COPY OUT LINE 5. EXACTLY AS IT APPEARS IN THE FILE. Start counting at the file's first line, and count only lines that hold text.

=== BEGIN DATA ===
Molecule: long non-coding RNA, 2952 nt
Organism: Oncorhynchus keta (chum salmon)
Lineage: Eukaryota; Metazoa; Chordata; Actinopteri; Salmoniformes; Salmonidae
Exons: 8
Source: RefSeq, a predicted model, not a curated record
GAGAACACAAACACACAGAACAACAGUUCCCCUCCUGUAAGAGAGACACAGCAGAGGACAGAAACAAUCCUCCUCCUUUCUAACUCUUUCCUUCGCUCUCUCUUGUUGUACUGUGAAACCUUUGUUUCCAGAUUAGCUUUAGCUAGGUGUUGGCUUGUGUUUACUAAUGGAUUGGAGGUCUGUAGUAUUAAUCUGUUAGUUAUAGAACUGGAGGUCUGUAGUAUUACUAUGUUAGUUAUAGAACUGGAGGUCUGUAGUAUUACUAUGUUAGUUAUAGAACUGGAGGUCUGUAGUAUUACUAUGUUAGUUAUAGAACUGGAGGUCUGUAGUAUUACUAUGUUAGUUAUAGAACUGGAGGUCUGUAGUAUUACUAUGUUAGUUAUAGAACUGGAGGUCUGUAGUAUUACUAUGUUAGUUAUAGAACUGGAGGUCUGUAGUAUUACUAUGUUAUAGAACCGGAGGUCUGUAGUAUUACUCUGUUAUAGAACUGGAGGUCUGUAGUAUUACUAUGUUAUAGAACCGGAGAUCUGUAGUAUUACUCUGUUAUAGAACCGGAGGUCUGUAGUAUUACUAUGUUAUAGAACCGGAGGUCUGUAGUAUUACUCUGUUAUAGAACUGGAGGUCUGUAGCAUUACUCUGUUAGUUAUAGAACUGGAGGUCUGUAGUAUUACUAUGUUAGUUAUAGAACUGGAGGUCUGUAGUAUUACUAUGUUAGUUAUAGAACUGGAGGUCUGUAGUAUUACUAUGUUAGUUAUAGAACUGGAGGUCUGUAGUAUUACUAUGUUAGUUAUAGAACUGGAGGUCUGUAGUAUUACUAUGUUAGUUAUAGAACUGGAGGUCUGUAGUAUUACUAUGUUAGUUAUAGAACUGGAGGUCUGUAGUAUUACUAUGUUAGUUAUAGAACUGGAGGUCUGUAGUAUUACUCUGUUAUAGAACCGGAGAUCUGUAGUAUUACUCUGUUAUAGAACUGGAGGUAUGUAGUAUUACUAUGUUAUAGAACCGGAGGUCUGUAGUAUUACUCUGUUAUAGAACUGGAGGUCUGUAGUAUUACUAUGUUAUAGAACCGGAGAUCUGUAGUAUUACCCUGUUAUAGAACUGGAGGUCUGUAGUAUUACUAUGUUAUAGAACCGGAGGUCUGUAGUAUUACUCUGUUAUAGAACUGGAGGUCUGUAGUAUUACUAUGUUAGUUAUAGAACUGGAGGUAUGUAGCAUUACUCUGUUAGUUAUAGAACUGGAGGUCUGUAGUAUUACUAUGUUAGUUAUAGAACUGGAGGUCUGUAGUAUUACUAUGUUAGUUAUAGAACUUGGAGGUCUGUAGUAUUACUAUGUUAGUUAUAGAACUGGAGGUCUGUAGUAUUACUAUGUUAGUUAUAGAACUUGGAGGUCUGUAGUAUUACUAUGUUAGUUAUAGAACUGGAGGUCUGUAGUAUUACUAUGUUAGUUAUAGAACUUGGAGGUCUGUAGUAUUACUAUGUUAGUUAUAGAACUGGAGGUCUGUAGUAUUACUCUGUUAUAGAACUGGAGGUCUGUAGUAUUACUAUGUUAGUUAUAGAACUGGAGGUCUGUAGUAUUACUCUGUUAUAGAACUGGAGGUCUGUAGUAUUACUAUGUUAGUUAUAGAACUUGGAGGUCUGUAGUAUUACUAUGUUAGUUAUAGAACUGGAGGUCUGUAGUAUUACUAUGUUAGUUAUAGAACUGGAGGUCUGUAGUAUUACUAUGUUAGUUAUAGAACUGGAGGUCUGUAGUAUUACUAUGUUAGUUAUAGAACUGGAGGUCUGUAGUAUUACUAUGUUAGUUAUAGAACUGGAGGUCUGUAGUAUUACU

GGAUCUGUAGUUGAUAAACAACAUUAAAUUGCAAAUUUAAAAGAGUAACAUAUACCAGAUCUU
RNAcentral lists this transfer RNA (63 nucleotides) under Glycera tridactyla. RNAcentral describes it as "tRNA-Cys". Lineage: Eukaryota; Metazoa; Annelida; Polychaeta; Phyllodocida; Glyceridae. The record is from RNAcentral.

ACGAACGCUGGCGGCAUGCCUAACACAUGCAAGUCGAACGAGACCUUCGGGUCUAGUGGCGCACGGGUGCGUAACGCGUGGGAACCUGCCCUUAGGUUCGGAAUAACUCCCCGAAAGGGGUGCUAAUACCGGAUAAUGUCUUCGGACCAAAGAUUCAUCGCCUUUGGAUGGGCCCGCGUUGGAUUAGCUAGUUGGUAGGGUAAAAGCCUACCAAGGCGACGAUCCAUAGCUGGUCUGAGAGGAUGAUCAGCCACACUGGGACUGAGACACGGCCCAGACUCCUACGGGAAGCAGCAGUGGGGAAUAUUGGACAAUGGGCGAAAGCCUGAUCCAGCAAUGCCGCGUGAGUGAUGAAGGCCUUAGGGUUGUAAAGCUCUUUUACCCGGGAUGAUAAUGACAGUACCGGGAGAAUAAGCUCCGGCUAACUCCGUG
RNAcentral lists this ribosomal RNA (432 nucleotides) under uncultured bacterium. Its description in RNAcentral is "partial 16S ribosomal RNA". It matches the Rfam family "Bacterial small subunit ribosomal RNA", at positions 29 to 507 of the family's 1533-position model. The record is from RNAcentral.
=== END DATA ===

Source: RefSeq, a predicted model, not a curated record